Cornett: “As state politics and national politics get more and more partisan, people are starting to look at local government as the last level where things really get done, and governing takes precedence over politics.” (Politico)
SC GOV: “Gov. Henry McMaster’s (R) first State of the State served as an unofficial launch of the 2018 gubernatorial race, as the Republican governor seeking his first full term took familiar GOP stances on topics ranging from cutting taxes to boosting law enforcement. … Standing behind McMaster at the podium was one of his GOP rivals, Lt. Gov. Kevin Bryant. Giving the Democratic response was state Rep. James Smith, who’s seeking his party’s nomination. Smith’s primary opponent, Phil Noble, live-streamed his own rebuttal. And McMaster’s top challenger in the money race, former state agency head Catherine Templeton (R), tweeted her own criticism.” (Charleston Post & Courier)
TN GOV: The Tennessee Pipe Trades endorsed former Nashville Mayor Karl Dean (D) on Monday, his campaign announced Thursday. (release)
TX GOV: The Texas Alliance For Life PAC endorsed Gov. Greg Abbott (R) on Wednesday. (release)
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"The House on Friday overwhelmingly passed sweeping bipartisan opioid legislation, concluding the chamber’s two-week voteathon on dozens of bills to address the drug abuse epidemic. The measure combines more than 50 bills approved individually by the House focusing on expanding access to treatment, encouraging the development of alternative pain treatments and curbing the flow of illicit drugs into the U.S. It was passed 396-14, with 13 Republicans and one Democrat voting against the package."
In a letter to Congress on Friday, President Trump wrote that he's continuing the national emergency status with respect to North Korea, citing the country's “provocative, destabilizing, and repressive actions," which "continue to constitute an unusual and extraordinary threat” to the United States. In a series of tweets following his meeting with Kim Jong-un, Trump said Americans could sleep well at night because North Korea no longer poses a nuclear threat.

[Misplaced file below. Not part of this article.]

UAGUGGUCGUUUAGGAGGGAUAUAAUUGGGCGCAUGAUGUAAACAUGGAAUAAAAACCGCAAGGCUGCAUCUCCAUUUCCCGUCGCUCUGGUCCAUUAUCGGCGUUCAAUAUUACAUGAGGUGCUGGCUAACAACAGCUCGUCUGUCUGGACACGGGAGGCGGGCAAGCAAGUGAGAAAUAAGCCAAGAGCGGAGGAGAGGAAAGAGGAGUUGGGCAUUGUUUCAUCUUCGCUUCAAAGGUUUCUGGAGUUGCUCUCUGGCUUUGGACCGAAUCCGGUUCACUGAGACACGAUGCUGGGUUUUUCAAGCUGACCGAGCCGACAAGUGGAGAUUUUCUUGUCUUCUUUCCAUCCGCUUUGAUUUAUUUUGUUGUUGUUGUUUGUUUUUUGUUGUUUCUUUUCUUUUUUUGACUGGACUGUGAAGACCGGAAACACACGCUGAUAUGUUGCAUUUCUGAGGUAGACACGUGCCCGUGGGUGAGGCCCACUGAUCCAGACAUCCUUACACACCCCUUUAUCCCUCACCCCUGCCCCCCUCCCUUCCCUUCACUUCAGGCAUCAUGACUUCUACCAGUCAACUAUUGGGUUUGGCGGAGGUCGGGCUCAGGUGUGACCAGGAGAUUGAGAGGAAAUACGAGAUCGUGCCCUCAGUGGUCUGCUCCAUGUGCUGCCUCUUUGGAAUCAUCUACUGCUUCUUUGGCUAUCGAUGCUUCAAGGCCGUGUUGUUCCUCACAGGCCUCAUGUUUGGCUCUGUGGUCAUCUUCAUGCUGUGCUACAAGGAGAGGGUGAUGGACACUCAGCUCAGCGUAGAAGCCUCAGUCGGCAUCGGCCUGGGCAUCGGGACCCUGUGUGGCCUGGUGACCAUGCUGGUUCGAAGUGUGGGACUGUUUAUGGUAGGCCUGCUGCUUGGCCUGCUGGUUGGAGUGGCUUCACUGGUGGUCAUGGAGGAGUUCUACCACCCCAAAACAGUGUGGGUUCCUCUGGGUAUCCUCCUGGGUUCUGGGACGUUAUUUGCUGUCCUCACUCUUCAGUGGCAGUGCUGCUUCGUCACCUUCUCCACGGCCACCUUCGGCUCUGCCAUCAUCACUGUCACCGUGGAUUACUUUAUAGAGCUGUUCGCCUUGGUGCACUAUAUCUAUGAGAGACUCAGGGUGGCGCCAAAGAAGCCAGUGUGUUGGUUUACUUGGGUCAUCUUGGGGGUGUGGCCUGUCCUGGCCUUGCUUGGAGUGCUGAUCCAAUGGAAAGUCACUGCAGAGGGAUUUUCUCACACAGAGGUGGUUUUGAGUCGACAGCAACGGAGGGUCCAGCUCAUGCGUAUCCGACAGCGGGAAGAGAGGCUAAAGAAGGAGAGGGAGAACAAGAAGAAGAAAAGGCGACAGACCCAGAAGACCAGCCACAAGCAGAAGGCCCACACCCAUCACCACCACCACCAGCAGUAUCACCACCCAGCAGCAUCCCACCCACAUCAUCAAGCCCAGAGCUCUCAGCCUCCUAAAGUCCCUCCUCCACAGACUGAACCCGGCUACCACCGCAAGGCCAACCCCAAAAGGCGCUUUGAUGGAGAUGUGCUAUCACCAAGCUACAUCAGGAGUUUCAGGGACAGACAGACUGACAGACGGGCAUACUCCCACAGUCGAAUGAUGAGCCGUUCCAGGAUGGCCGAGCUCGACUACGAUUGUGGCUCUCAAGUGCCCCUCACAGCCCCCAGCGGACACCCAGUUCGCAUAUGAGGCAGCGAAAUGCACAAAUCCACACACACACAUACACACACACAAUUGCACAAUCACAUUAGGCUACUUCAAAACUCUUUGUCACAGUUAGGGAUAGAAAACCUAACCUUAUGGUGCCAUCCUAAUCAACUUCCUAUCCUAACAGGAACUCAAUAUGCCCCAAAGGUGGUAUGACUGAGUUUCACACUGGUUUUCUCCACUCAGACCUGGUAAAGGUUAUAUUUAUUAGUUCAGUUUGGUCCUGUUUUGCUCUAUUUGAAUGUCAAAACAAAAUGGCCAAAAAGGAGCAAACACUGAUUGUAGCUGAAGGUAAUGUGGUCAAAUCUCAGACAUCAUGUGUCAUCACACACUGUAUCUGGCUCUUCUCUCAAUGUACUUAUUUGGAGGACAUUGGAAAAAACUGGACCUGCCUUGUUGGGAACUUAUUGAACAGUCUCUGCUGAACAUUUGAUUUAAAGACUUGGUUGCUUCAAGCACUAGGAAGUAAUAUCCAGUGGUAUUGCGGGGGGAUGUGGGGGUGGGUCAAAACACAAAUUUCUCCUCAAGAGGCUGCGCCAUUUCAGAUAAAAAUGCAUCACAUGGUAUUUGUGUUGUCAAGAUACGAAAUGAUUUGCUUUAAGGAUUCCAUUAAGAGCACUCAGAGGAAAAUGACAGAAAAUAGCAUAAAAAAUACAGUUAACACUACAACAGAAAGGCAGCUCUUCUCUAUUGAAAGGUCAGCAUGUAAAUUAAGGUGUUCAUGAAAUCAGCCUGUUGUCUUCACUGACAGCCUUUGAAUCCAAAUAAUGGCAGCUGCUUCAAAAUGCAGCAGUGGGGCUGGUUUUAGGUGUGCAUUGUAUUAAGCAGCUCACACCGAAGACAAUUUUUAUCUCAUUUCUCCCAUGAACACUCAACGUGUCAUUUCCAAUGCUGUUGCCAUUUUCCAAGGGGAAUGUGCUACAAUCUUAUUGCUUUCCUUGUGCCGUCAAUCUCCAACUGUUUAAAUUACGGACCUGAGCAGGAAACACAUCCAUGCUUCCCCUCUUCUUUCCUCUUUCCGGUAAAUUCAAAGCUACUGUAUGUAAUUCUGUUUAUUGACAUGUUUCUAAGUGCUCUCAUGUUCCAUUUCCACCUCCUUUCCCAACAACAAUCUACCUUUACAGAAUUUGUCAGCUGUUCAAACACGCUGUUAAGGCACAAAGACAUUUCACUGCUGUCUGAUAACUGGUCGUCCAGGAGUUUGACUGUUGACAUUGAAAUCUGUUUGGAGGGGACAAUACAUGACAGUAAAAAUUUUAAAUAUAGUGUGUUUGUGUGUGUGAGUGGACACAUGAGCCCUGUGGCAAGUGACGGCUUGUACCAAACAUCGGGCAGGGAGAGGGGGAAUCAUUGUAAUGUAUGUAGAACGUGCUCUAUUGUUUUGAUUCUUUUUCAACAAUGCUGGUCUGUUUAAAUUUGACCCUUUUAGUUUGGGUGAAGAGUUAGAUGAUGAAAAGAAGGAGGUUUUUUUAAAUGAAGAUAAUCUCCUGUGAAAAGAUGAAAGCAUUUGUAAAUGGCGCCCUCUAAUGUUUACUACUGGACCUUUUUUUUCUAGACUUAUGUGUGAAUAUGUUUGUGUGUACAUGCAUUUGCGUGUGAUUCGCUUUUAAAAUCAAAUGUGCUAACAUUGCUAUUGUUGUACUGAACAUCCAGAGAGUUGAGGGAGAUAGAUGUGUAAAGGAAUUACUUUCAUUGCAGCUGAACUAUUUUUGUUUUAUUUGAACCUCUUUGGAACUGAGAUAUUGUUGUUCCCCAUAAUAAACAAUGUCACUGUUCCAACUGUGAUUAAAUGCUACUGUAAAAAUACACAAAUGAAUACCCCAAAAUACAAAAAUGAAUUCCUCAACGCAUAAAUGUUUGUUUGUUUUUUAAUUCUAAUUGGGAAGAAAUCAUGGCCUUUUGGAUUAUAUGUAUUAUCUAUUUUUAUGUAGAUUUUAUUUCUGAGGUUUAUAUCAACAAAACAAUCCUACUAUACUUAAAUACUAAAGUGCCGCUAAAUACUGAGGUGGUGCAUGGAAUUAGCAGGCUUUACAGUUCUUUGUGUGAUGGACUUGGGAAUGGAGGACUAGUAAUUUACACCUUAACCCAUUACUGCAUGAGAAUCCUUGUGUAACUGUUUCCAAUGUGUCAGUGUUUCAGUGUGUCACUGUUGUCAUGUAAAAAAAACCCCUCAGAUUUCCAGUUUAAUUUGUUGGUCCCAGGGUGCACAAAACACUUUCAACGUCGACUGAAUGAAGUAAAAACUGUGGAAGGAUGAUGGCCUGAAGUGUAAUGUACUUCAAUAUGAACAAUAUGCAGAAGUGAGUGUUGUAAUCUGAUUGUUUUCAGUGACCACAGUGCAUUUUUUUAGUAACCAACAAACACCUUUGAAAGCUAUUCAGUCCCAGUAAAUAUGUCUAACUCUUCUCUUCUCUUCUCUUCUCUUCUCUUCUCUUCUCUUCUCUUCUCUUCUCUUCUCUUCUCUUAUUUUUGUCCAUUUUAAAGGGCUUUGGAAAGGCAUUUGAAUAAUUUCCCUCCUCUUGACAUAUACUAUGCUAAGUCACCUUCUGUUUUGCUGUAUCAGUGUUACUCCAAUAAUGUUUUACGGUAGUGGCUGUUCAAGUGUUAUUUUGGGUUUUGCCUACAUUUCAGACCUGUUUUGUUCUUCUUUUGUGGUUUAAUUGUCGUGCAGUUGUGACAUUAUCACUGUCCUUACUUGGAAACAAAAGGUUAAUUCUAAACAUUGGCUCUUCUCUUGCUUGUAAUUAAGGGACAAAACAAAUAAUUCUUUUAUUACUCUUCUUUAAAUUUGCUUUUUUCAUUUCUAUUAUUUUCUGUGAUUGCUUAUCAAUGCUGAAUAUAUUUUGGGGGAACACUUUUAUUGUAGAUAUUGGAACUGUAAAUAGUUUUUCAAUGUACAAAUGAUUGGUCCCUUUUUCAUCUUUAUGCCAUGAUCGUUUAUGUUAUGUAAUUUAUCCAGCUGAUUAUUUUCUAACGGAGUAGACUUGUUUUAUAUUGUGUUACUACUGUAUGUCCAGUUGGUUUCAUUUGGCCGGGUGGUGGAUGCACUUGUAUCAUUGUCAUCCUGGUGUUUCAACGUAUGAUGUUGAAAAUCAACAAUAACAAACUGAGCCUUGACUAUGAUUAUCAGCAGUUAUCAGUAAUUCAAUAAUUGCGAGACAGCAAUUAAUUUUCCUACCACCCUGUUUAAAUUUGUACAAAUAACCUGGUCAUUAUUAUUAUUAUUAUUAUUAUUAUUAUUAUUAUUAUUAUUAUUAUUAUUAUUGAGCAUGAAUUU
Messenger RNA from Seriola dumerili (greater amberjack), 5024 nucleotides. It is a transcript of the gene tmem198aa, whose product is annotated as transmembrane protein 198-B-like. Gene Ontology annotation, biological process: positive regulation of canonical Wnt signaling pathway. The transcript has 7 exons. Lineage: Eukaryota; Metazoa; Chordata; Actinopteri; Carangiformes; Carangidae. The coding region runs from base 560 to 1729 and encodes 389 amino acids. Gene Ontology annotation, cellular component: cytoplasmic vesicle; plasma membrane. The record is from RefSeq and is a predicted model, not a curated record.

"The U.S. Navy is preparing plans to construct sprawling detention centers for tens of thousands of immigrants on remote bases in California, Alabama and Arizona, escalating the military’s task in implementing President Donald Trump’s 'zero tolerance' policy for people caught crossing the Southern border." The document outlines plans for "temporary and austere" internment camps for 25,000 migrants "at abandoned airfields just outside the Florida panhandle," and in Alabama, for 47,000 people near San Francisco, and "as many as 47,000 people at Camp Pendleton" in California. The document estimates that operating a camp to detain 25,000 people for six months would cost approximately $233 million.
"Lasers have targeted pilots of American military aircraft operating over the western Pacific Ocean more than 20 times in recent months," said U.S. officials. The lasers appeared to be coming from Chinese fishing boats in the South China Sea, said the officials, which is the setting of a "long-running dispute between China and Japan over the control of nearby islands ... The incidents likely will come up as part of a broader discussion of issues when Defense Secretary Jim Mattis visits Beijing next week and meets Chinese President Xi Jinping."
"President Donald Trump has unveiled a new policy that depicts the world’s oceans as a resource ripe for expanded business opportunities, reversing the Obama administration's emphasis on protecting 'vulnerable' marine environments." Rather than emphasizing environmental protection, as Obama's policy did, "Trump’s directive speaks mostly to the oceans as a resource for promoting national security" and creating jobs.